It's conventional to use just operator<.
The reason is, if you make an object that goes into a sorted containter, it reduces the number operations that you need to implement.
Back to your code. Your class should not implement operator>, it should implement just operator<.
You can do this either by implementing operator< within the class as in:
bool operator<(const Results &) const;
or an external function that takes the two values:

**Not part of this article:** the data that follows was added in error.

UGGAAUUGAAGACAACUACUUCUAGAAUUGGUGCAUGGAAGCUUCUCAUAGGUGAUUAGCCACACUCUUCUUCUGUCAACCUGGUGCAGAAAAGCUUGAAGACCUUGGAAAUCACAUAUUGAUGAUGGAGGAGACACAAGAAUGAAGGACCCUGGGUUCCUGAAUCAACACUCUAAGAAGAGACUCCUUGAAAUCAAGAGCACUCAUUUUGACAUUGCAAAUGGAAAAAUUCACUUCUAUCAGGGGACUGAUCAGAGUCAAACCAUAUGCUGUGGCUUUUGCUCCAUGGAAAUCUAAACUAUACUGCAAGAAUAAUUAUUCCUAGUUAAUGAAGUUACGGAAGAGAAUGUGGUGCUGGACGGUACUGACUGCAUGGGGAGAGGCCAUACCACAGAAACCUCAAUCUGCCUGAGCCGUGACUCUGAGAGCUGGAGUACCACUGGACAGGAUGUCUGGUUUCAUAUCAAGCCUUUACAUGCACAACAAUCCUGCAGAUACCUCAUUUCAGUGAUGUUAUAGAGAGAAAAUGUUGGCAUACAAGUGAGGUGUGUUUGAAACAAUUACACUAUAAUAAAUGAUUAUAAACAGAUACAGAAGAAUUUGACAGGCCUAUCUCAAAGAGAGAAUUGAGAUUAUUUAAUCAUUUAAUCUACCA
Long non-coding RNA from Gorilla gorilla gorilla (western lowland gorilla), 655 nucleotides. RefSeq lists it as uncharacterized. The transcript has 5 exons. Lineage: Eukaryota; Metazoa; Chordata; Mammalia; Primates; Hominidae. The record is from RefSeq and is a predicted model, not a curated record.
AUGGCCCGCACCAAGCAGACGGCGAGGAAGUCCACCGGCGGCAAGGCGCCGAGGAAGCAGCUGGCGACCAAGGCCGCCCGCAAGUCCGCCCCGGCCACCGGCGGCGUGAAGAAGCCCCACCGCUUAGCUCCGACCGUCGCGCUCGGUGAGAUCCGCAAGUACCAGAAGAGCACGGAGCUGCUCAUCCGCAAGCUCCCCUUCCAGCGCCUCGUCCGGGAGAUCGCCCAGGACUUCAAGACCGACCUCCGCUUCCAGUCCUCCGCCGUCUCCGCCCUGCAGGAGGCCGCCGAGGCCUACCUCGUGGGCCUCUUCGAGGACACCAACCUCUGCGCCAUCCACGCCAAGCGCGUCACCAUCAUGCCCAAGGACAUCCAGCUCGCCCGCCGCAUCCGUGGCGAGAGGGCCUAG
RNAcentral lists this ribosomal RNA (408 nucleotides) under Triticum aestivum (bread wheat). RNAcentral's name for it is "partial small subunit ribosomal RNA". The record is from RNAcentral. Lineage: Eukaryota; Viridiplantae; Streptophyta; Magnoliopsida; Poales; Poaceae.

bool operator<(const Results &l, const Results &r);
Please note the use of const & as parameters.
If your if
clauses end with a return
, you can avoid the else
as it's implied.
You can't test floating point number for equality in that way. They're equal if the difference is less than the epsilon for the type.
As as mentioned above, comparison shouldn't change the state of the object being compared. So you shouldn't be sorting in your comparison. In the prototypes above, the objects are const, so we promise not to modify them.